Hedgehog Concept In A Nutshell

The hedgehog concept is a simple yet powerful framework for individual or business success. The hedgehog concept was created by Good to Great author and business consultant Jim Collins. The book is based on an ancient Greek parable about a hedgehog and a fox, stating that “the fox knows many things, but the hedgehog knows one big thing.”

Understanding the hedgehog concept

In the parable, the fox attempts to catch the hedgehog using a variety of strategies that fail. Ultimately, the fox is defeated because the hedgehog does one thing well: defend itself.

In business, Collins argues that a business is more likely to succeed by devoting its resources to one big thing. In the next section, we will look at how a business can determine what that big thing is.

The three circles of the hedgehog concept

The hedgehog concept is based on three circles. Each of the three circles begins with a question:

  1. What are you deeply passionate about? In the first circle, a business should define its core values to identify work that inspires them. Deep passion is important in building an authentic and sustainable brand
  2. What can you be the best in the world at? Determine what the business can do better than any other competitor. Does the business have unique resources or capabilities? Perhaps it has access to economies of scale? Defining a competitive advantage means that an organization must also identify its weaknesses. In so doing, the business avoids spending time on money on initiatives that will never succeed.
  3. What drives your economic engine? That is, where is a business adept at generating revenue? Examples of revenue generation include products, services, and other resources. Whatever the driver, it must have a measurable and sustainable impact on cash flow and profits.

After completing the three circles, the business must identify where each overlaps. It is here that the hedgehog concept in the form of a central company vision will be located.

Consider the example of a company that is passionate about innovation and sustainability in third world countries. Through economies of scale, the company can manufacture solar panels at a lower cost than competitors. Although primarily operating in the UK, the company also has contacts in certain charitable organizations with a presence in Africa.

Therefore, a potential hedgehog concept may involve selling cheap and affordable electricity units to the African population. Utilizing bulk orders, the solar panel company works passionately toward its goals while still making a profit.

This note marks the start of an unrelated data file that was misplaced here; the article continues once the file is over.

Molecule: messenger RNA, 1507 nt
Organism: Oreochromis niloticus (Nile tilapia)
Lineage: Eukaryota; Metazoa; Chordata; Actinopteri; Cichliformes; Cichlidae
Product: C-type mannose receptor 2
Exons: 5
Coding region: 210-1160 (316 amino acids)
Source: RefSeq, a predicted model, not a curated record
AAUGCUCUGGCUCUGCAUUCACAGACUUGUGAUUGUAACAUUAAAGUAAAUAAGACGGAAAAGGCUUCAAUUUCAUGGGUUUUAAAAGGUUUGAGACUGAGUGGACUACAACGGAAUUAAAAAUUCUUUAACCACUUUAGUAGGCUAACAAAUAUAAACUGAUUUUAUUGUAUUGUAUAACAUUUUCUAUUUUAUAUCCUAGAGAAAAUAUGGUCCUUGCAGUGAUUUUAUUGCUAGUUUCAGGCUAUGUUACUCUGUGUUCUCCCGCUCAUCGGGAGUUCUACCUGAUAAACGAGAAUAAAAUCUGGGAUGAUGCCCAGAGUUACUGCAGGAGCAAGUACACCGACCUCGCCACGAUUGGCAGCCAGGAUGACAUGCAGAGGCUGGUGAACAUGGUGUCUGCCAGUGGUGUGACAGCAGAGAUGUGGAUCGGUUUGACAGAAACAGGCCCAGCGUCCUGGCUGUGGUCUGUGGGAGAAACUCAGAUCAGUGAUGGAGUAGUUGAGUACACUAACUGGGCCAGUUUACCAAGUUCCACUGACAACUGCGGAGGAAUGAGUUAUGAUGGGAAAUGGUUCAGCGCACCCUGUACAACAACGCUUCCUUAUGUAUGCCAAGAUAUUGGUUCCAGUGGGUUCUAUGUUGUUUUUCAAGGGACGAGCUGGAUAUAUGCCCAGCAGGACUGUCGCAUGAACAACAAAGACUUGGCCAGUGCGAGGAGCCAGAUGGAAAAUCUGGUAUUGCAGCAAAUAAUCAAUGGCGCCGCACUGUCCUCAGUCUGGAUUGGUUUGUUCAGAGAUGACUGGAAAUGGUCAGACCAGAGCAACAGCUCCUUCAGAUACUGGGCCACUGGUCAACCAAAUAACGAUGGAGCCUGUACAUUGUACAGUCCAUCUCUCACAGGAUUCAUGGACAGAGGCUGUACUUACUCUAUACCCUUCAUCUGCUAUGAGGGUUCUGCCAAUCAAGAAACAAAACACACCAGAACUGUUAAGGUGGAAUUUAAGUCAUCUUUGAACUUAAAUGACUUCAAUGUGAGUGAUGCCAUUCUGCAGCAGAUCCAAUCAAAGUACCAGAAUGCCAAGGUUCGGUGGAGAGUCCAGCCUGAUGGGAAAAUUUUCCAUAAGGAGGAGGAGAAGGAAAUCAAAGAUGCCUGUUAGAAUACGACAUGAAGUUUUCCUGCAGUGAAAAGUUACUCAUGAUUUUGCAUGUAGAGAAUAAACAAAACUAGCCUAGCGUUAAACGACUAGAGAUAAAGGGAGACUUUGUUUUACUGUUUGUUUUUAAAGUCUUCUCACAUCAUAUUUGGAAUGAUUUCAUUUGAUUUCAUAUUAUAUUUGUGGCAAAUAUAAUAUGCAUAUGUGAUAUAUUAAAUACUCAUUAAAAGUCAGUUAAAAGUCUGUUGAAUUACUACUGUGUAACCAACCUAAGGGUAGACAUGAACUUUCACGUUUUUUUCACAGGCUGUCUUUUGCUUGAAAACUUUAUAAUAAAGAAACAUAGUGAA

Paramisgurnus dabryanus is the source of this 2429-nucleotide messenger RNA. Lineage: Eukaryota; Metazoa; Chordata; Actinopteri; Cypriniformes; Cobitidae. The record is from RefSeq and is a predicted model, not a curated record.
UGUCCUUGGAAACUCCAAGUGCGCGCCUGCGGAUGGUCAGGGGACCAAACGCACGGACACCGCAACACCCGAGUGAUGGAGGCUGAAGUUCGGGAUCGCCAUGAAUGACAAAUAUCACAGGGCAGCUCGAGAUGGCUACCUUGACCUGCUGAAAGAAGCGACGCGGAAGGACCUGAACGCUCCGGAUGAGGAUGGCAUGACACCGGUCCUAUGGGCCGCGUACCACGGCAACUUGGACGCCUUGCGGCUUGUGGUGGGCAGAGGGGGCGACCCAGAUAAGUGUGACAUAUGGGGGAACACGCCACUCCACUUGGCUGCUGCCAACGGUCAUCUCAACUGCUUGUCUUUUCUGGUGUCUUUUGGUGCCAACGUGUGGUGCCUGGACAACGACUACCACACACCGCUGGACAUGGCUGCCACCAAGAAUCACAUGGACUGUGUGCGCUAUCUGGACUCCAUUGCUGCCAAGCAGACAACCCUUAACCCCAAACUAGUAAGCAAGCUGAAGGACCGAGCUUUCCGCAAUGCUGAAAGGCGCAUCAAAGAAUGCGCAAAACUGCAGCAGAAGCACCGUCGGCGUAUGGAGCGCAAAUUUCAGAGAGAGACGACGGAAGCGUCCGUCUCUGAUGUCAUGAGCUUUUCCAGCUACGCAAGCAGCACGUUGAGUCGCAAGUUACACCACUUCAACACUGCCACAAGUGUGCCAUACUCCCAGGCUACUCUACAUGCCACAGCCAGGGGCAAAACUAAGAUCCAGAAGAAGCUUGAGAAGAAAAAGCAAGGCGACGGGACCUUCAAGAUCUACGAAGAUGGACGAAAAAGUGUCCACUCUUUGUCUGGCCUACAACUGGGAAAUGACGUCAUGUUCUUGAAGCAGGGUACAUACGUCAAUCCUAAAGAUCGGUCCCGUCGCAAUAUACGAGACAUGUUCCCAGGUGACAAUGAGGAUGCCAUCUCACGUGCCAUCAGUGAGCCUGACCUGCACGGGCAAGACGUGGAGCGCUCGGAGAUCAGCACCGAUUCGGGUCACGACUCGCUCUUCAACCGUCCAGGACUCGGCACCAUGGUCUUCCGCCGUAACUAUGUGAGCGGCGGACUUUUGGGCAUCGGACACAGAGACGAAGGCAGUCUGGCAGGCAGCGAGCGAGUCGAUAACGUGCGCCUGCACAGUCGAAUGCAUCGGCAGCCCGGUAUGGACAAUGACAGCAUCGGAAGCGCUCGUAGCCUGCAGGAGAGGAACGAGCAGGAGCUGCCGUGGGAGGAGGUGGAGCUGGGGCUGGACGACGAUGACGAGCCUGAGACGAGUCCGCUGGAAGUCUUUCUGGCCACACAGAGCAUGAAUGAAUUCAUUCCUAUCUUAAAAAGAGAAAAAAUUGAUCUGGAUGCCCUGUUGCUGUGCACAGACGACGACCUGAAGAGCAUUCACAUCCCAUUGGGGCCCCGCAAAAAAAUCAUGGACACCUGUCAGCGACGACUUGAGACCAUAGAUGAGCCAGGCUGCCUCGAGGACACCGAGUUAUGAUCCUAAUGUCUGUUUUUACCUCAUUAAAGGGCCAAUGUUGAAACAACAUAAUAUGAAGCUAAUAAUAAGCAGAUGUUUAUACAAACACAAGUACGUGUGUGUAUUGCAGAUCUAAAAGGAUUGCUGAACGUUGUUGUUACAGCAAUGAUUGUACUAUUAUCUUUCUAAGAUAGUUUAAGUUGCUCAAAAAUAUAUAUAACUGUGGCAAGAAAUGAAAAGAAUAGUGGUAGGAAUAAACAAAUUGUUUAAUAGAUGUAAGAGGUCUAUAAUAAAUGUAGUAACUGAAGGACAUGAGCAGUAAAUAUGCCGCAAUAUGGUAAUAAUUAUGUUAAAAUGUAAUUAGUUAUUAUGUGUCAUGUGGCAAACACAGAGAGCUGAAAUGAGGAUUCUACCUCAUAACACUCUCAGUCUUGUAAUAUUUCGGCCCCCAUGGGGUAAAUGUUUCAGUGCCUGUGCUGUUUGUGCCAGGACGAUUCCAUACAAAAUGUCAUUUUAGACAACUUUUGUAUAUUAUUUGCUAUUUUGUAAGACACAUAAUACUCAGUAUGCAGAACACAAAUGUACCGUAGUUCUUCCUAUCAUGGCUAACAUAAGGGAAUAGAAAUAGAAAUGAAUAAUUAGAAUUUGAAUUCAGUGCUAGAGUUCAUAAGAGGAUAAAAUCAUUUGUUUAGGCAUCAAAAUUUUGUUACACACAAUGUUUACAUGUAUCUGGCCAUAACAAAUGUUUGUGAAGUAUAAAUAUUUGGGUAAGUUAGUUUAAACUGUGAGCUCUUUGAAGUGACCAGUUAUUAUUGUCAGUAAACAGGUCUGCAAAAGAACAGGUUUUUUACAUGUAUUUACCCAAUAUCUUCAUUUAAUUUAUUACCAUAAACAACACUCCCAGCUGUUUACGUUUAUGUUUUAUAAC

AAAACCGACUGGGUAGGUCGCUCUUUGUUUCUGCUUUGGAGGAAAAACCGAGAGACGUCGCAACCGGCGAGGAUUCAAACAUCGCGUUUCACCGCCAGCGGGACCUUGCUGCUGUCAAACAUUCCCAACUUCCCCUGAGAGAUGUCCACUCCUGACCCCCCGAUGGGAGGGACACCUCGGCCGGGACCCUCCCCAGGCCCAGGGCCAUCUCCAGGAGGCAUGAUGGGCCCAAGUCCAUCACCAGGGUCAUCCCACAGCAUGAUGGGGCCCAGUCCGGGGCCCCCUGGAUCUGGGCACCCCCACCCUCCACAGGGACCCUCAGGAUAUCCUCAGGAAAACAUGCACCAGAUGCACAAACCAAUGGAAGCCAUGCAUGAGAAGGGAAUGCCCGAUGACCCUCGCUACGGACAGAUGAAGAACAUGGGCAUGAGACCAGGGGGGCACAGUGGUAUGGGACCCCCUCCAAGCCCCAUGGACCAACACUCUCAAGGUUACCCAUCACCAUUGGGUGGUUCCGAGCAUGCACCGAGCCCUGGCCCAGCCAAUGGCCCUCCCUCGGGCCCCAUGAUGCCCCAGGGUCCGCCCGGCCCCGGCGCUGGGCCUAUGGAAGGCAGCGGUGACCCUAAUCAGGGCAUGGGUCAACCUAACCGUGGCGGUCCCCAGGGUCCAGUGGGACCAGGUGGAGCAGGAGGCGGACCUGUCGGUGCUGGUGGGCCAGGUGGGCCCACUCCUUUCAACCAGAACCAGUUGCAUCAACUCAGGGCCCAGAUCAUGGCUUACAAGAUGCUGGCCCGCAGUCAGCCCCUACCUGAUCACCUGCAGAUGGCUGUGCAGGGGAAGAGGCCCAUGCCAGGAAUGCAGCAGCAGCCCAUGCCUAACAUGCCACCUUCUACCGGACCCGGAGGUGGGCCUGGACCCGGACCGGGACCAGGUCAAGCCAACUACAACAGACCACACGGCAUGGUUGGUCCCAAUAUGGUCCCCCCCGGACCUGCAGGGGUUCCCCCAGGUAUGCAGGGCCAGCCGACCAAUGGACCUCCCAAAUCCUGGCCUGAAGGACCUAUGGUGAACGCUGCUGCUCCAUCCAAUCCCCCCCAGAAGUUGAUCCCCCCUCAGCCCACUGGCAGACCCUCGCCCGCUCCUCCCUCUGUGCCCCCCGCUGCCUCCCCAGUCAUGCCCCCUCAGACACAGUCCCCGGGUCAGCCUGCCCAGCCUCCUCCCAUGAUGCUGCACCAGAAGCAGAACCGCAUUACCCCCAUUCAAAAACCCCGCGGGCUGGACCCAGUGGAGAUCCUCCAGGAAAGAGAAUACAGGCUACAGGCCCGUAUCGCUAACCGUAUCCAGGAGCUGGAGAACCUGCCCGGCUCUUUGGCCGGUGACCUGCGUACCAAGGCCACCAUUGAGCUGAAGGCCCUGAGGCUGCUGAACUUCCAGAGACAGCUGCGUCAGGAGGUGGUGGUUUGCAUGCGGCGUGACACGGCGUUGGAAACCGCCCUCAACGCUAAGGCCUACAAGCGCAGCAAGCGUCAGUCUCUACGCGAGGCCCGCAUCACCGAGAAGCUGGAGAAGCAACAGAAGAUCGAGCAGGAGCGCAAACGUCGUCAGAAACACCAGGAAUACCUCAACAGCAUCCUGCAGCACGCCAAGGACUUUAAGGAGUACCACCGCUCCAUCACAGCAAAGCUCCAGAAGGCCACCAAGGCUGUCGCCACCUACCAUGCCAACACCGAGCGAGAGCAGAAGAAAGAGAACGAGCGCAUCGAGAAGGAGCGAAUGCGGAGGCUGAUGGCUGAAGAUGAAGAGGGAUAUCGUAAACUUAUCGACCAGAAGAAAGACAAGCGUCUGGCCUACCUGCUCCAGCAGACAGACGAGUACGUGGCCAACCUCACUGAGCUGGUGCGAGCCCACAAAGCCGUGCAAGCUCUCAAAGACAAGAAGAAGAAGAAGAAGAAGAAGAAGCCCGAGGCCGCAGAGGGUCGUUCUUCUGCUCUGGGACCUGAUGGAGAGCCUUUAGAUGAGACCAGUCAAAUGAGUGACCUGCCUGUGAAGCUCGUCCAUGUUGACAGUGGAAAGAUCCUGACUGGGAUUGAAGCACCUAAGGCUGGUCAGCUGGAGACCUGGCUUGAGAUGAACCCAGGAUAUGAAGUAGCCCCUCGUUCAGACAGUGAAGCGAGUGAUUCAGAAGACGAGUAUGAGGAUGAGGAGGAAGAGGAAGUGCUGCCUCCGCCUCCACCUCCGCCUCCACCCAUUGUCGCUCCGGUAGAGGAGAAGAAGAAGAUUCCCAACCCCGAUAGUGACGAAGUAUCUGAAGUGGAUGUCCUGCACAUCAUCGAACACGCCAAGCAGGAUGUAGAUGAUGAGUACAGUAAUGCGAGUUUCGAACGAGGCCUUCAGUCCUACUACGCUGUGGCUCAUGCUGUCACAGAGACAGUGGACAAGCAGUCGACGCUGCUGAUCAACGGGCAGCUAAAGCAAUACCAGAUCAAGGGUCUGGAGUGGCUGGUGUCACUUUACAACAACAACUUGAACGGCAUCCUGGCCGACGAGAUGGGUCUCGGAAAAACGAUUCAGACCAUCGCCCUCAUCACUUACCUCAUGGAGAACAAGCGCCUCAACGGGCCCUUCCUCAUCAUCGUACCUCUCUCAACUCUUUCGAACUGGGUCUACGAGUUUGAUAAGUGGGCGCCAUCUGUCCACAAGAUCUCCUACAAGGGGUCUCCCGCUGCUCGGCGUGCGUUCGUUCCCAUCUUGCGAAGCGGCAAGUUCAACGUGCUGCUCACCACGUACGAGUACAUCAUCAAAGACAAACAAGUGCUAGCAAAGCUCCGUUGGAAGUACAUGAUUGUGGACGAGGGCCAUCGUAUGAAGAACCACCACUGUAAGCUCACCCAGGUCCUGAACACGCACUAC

In summary, businesses should note that the hedgehog concept does not provide a blueprint for becoming the best at something. Instead, it gives insight into what a business could be best at given the common, intersecting information in each of the three circles.

Key takeaways

  • The hedgehog concept provides a simple yet clear focus for business success, allowing it to devote resources to a single unifying vision.
  • The hedgehog concept is represented by three intersecting circles. Each circle asks important questions that help a business identify passions that are profitable and result in a competitive advantage.
  • The hedgehog concept does not provide a concrete strategy on how an organization might realize success. But it does illustrate the potential benefits of a business adopting hedgehog concept principles.

Connected Business Concepts

As highlighted by German psychologist Gerd Gigerenzer in the paper “Heuristic Decision Making,” the term heuristic is of Greek origin, meaning “serving to find out or discover.” More precisely, a heuristic is a fast and accurate way to make decisions in the real world, which is driven by uncertainty.
The recognition heuristic is a psychological model of judgment and decision making. It is part of a suite of simple and economical heuristics proposed by psychologists Daniel Goldstein and Gerd Gigerenzer. The recognition heuristic argues that inferences are made about an object based on whether it is recognized or not.
The representativeness heuristic was first described by psychologists Daniel Kahneman and Amos Tversky. The representativeness heuristic judges the probability of an event according to the degree to which that event resembles a broader class. When queried, most will choose the first option because the description of John matches the stereotype we may hold for an archaeologist.
The take-the-best heuristic is a decision-making shortcut that helps an individual choose between several alternatives. The take-the-best (TTB) heuristic decides between two or more alternatives based on a single good attribute, otherwise known as a cue. In the process, less desirable attributes are ignored.
The concept of cognitive biases was introduced and popularized by the work of Amos Tversky and Daniel Kahneman since 1972. Biases are seen as systematic errors and flaws that make humans deviate from the standards of rationality, thus making us inept at making good decisions under uncertainty.
The bundling bias is a cognitive bias in e-commerce where a consumer tends not to use all of the products bought as a group, or bundle. Bundling occurs when individual products or services are sold together as a bundle. Common examples are tickets and experiences. The bundling bias dictates that consumers are less likely to use each item in the bundle. This means that the value of the bundle and indeed the value of each item in the bundle is decreased.
The Barnum Effect is a cognitive bias where individuals believe that generic information – which applies to most people – is specifically tailored for themselves.

Read Next: Mental Models, BiasesBounded RationalityMandela EffectDunning-Kruger EffectLindy EffectCrowding Out EffectBandwagon Effect.

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